Bug Life

I think the shield bugs must be one of my favourite groups of insect. There’s something about them; they look so determined waddling around like minute clockwork toys. When they fly they make a loud whirring noise out of all proportion to their size and have a habit of landing on me if I wear green in the garden (must stop wearing that Robin Hood outfit!) Besides my prized Box Bug from a previous blog post, we’ve recorded 6 other species in the garden – all cute little characters in their own right. By far the most common is the Green Shield Bug. Their exoskeletons are leathery with small dark pits all over them. In the spring and summer they are green like the one below, but in the autumn and winter they turn a bronze colour.Green Shield BugThey start of as tiny nymphs and develop through various stages called instars before taking their adult form. The photo below shows a couple of these instars (possibly 2nd and 3rd stages) plus a skin discarded when one moulted into the next stage back in the summer. We had loads of these in the garden, dotted around like little green smarties.Baby Green Shield Bug

The remaining 5 species have been less common in the garden, but all have put in an appearance at least once this year. The first is the Red Legged Shieldbug – named, not surprisingly, for its red legs. It’s a predatory shieldbug – in the world of predators, it may not rank as the most fearsome, but I guess if you’re a small caterpillar, then the Red Legged Shieldbug is perhaps your worst nightmare!Red Legged Shieldbug

The Green Birch shieldbug is apparently more of a vegetarian and has a tendency to be attracted to lights – as this one was coming to the moth trap one night. Unfortunately it didn’t hang around long enough for me to get a more arty photo, hence him sitting on a bit of kitchen towel!  Green Birch ShieldbugThe remaining three species are the Sloe or Hairy Shieldbug, the Dock Bug and my favourite the adorable little Tortoise Shieldbug. I’m sure there must be other species in the garden waiting to be discovered – just need to fight through the weeds to find them next summer.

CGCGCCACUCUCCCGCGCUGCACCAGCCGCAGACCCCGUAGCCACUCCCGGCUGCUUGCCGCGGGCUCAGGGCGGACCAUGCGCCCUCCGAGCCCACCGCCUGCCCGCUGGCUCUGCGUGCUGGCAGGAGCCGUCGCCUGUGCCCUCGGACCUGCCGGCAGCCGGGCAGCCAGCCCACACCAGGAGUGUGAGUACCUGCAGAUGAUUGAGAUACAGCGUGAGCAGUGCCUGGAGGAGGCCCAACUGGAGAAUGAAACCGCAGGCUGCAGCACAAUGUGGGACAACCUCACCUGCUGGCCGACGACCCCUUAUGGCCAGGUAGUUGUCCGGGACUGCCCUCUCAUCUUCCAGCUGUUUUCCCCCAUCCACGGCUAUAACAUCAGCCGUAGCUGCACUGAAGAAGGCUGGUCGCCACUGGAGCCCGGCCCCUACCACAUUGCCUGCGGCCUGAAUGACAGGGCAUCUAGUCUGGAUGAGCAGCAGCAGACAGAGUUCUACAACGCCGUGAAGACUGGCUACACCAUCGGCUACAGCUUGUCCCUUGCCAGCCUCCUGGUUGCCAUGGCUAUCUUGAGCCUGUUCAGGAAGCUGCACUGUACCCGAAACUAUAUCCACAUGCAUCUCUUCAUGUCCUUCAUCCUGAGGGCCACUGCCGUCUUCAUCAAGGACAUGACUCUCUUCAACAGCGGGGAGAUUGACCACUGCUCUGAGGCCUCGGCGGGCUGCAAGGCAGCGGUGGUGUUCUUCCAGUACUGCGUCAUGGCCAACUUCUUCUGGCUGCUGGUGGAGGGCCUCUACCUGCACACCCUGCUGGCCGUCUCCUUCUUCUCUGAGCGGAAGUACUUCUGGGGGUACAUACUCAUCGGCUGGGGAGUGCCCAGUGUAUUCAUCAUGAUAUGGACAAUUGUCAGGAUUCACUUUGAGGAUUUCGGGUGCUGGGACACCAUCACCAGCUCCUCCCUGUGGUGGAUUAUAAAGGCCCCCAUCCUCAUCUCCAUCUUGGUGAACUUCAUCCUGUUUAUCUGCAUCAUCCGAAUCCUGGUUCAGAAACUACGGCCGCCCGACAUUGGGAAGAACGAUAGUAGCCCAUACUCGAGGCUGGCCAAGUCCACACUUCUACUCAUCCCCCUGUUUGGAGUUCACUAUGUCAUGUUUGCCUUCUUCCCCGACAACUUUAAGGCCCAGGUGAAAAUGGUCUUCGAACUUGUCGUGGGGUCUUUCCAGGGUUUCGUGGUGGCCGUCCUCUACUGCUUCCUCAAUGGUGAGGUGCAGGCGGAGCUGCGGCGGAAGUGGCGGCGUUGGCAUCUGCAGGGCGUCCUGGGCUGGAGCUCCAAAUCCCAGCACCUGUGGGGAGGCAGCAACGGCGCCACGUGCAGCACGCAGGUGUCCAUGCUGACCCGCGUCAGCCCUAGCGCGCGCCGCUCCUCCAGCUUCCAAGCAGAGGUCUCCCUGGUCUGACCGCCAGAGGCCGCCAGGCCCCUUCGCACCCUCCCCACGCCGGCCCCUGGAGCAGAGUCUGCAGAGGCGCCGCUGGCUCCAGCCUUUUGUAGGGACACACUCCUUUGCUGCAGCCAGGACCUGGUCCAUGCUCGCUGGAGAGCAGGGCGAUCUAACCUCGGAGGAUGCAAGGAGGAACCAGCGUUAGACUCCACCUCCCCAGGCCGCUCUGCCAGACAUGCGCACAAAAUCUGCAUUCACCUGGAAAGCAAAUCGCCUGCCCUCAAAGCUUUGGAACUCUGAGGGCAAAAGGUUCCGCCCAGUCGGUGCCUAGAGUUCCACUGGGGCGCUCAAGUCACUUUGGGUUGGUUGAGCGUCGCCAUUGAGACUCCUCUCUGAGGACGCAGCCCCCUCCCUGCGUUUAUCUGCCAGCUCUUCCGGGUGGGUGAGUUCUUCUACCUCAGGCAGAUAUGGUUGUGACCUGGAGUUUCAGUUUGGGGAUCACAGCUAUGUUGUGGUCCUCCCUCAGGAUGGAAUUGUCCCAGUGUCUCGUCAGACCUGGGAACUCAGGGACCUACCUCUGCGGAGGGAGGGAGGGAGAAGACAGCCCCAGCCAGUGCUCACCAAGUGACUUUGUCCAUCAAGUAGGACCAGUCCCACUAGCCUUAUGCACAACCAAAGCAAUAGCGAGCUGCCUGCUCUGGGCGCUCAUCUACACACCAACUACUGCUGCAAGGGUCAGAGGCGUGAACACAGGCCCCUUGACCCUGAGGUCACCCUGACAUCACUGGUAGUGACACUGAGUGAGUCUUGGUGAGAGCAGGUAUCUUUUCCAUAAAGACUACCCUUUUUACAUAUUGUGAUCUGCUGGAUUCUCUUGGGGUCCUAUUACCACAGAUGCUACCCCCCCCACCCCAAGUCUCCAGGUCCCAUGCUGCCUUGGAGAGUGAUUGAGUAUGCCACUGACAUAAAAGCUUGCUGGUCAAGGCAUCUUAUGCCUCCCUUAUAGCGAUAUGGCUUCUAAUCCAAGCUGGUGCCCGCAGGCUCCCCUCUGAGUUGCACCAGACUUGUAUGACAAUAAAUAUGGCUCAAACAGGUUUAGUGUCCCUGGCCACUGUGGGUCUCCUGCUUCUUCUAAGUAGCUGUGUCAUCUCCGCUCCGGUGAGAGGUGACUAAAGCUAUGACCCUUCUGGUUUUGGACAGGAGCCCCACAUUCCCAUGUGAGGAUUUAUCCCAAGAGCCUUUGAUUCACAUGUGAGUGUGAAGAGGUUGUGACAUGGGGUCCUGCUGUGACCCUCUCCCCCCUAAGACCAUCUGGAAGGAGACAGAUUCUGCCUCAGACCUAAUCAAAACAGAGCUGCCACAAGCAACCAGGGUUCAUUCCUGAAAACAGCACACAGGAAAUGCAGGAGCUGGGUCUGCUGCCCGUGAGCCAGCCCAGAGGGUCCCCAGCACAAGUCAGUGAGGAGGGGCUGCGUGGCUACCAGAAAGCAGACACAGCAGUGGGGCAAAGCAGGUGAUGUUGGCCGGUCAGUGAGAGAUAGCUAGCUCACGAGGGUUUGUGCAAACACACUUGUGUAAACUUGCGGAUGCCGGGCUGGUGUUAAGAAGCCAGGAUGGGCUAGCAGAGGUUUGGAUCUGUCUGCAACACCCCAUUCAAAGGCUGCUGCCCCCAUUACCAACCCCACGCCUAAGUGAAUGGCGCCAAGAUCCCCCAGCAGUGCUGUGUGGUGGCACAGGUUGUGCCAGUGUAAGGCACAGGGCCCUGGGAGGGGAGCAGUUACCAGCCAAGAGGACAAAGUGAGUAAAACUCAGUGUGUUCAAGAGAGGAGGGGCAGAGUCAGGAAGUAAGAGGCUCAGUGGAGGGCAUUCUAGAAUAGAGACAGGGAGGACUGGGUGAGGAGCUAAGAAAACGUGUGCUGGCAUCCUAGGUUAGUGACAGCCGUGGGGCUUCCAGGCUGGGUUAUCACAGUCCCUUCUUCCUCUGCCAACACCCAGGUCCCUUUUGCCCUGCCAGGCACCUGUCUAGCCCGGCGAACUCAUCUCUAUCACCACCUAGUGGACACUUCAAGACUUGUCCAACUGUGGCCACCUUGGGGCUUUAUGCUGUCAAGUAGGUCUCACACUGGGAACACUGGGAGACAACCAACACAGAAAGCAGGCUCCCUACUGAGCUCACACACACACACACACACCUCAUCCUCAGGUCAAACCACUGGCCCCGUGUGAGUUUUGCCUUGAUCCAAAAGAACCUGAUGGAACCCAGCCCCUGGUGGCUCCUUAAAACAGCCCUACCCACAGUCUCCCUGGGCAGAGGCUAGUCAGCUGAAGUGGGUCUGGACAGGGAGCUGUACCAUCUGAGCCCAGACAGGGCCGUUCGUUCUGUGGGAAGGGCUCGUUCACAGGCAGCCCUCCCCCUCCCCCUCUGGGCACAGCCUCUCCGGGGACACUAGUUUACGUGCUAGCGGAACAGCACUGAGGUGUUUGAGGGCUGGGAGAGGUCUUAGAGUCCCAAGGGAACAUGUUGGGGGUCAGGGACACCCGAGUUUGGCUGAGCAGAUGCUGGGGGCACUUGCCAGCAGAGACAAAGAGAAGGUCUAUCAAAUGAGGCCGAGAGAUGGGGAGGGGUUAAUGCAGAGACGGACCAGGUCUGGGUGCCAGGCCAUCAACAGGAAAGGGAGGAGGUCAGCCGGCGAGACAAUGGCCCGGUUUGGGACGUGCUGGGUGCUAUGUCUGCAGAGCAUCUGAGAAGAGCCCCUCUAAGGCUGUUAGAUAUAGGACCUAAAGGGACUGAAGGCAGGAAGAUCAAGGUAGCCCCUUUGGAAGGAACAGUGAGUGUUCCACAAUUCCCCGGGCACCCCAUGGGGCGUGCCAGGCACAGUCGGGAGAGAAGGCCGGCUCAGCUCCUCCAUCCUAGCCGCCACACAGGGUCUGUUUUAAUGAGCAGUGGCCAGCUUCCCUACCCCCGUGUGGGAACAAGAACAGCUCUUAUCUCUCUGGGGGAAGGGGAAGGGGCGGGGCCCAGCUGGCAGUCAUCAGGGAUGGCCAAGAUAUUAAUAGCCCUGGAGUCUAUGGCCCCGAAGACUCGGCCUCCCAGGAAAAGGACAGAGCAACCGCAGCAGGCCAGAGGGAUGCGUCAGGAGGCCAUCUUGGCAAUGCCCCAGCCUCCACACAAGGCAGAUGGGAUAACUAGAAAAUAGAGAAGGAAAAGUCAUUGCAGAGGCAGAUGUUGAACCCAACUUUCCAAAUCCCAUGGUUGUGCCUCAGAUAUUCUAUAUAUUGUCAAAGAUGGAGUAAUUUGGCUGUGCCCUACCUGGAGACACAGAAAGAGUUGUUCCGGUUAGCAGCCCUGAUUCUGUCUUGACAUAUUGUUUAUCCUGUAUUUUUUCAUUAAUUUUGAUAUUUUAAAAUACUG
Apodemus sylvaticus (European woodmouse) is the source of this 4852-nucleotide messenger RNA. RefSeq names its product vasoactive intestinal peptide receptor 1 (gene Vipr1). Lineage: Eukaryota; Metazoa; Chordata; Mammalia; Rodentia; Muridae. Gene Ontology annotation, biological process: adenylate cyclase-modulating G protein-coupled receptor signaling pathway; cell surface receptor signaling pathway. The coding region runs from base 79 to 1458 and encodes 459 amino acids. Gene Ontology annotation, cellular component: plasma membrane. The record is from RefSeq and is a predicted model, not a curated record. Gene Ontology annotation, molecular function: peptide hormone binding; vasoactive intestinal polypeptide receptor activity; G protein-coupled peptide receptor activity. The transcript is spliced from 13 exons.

Sloe Bug

Dock BugTortoise bug

There’s a Bug Going Around

Feeling very pleased with myself this month – all thanks to a bug! I had planned to follow Buglife’s Bug of the Month feature, but this month they’ve chosen a Wasp Spider and a) we don’t get them in our garden and b) I’m really not very good with spiders (huge understatement!)  So I thought I’d do an actual BUG feature instead. Shieldbugs are part of a group of insects called True Bugs, which always makes me imagine that somewhere out there, there are insects who go around faking it as bugs? I knew we got shieldbugs in the garden, so did a trawl through the photos and tried to properly ID them for once. There’s a website called iSpot where you can upload photos and get help identifying them, so I got all my shieldbugs checked out.

Box Bug 2Box Bug

There was one bug that had landed on our birdbath last month – unfortunately our birdbath hangs quite high and being vertically challenged, I couldn’t see in. Luckily the other half is considerably taller and spotted said bug clambering through the hole in the middle. Anyway turns out this little bug was a Box Bug (Gonocerus acuteangulatus). Box bugs were originally known only from Box Hill in Surrey but have recently been expanding their range. Word on the nerdy street is that our little bug in Malvern maybe the first one to be recorded as far across as Worcestershire.

We get 6 other species of shieldbug in the garden; many of whom are perhaps more interesting looking than the Box Bug. But I will forever be most chuffed with this one, even though I was too short to have actually seen it!